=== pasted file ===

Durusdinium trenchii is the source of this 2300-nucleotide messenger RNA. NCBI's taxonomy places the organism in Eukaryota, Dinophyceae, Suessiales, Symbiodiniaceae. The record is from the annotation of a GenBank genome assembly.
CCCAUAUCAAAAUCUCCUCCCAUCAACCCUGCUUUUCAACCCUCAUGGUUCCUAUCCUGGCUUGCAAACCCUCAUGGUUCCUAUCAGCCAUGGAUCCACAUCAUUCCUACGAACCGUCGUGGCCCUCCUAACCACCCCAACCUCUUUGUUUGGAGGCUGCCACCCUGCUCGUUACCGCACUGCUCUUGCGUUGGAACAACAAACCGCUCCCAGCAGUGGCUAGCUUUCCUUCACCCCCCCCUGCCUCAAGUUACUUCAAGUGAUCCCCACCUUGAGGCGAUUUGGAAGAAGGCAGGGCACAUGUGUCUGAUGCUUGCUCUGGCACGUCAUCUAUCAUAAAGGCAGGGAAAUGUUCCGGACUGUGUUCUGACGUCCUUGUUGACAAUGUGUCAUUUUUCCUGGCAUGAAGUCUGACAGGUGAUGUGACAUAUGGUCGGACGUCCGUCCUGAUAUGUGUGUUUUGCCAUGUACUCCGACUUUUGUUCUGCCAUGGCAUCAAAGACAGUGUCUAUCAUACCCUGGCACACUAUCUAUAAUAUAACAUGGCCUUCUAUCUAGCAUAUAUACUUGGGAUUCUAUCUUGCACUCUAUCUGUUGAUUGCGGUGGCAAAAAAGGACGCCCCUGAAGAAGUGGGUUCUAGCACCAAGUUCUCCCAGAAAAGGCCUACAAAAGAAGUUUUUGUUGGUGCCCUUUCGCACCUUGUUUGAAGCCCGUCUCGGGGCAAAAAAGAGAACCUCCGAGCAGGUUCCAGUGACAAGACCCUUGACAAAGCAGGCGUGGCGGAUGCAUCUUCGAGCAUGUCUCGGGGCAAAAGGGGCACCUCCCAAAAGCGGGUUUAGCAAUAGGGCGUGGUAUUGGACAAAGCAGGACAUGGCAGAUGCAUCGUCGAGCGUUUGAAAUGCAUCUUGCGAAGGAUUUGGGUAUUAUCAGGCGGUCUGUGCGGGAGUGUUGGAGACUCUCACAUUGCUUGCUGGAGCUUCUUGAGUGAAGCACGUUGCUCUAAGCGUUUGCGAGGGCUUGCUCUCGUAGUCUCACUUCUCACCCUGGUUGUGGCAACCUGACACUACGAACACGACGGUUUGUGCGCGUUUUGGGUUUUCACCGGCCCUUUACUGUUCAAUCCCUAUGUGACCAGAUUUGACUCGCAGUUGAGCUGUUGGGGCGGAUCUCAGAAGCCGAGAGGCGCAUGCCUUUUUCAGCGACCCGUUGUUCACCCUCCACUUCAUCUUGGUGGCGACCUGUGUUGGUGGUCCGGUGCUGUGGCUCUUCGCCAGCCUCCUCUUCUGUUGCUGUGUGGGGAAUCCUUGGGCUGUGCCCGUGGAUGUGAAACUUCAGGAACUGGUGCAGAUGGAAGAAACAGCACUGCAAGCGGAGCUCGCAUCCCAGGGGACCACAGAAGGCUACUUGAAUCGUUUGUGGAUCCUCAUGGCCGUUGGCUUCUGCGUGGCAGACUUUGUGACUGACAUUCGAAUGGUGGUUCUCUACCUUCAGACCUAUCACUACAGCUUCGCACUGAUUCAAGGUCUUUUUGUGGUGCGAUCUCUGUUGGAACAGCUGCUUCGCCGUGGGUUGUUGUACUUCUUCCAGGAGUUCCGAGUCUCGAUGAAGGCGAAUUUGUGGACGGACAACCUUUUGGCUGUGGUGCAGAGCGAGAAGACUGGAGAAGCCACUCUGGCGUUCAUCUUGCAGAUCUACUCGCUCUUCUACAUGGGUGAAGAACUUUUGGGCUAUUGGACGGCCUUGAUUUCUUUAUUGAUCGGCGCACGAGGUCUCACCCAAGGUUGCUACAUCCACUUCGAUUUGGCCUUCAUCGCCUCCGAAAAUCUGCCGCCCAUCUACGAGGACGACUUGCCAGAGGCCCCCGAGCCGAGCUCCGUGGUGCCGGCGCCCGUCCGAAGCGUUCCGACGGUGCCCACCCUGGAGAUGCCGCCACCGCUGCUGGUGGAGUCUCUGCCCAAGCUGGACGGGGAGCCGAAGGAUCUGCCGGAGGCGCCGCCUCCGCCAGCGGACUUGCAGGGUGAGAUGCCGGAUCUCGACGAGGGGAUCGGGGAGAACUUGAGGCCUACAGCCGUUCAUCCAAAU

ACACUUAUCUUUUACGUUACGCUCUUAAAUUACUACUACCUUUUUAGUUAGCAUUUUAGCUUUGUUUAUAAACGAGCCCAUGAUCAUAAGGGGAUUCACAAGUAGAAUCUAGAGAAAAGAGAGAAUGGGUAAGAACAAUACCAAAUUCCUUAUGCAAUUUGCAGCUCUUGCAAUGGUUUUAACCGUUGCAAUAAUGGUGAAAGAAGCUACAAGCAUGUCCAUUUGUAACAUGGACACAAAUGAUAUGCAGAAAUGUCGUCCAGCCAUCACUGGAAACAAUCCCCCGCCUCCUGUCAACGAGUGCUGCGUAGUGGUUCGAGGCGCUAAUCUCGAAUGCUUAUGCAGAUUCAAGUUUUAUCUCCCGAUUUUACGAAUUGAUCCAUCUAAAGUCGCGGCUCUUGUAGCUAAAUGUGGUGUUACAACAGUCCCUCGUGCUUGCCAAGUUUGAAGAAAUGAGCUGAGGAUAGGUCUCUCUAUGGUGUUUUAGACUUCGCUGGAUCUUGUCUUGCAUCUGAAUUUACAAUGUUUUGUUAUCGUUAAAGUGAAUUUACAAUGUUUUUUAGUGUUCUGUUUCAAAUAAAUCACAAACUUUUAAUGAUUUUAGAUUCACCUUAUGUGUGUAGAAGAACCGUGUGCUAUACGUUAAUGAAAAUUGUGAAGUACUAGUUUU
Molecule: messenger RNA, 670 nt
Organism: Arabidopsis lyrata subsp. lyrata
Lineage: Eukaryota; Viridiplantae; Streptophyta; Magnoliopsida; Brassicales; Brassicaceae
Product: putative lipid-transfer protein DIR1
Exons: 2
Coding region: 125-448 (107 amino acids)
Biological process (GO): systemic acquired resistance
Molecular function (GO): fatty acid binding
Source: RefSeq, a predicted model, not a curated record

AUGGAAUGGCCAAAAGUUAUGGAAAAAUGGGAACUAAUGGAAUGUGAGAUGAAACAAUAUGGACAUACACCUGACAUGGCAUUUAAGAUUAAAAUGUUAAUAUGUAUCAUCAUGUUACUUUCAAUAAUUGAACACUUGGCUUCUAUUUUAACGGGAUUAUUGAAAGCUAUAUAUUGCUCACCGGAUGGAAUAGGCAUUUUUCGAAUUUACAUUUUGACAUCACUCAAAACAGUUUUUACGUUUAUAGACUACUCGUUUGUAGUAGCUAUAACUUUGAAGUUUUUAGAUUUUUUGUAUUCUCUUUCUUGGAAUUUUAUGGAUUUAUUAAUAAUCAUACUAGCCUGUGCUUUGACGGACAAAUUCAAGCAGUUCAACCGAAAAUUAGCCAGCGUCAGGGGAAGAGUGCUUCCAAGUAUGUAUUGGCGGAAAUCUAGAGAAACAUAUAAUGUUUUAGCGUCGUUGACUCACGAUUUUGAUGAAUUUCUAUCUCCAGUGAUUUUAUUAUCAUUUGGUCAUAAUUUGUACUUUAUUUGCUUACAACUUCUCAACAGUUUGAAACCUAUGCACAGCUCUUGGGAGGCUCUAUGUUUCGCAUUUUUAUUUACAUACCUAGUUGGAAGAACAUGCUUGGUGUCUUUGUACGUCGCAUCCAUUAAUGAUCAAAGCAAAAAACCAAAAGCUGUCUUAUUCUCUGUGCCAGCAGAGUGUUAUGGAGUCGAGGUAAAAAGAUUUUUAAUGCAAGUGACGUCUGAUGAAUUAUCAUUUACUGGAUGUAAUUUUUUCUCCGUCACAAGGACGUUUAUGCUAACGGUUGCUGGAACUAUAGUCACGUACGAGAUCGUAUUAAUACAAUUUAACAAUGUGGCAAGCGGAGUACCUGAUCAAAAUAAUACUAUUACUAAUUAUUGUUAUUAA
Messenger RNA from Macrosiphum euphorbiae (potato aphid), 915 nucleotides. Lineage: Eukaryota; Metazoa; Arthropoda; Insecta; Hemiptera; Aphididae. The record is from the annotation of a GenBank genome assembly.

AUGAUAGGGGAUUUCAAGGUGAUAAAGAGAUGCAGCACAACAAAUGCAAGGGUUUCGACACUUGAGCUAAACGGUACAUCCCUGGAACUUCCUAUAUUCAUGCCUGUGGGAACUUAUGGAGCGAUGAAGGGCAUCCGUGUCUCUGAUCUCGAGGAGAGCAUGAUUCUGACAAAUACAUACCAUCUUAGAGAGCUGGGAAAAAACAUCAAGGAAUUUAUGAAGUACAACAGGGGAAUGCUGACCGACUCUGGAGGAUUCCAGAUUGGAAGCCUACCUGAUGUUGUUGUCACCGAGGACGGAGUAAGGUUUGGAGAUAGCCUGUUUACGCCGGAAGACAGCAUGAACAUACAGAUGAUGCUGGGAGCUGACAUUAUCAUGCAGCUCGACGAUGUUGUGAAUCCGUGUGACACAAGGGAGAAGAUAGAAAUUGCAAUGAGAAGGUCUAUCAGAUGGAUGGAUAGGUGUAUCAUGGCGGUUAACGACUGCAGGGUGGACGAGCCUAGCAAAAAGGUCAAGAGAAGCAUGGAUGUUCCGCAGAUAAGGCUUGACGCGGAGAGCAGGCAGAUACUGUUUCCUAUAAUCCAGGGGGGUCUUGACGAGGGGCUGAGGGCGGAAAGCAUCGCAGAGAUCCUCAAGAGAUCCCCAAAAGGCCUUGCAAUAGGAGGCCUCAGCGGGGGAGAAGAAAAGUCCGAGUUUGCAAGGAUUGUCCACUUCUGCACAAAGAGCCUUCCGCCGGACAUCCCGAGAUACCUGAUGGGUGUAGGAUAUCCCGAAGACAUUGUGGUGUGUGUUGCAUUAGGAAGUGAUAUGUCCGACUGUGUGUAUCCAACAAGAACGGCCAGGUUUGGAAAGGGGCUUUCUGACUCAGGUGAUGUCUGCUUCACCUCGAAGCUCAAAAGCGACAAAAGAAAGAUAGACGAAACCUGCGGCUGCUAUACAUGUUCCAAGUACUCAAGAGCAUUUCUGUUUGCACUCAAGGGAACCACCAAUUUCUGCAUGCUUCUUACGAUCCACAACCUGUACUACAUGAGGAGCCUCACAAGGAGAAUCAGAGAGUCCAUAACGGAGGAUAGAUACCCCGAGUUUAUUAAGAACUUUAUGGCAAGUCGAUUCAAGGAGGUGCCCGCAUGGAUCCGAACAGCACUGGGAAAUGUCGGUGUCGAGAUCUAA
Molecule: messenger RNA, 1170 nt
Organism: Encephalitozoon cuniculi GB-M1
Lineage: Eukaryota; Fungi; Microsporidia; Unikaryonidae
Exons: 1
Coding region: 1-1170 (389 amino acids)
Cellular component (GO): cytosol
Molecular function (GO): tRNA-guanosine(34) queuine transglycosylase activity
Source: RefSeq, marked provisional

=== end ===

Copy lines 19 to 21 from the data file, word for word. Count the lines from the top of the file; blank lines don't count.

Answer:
Exons: 1
Coding region: 1-1170 (389 amino acids)
Cellular component (GO): cytosol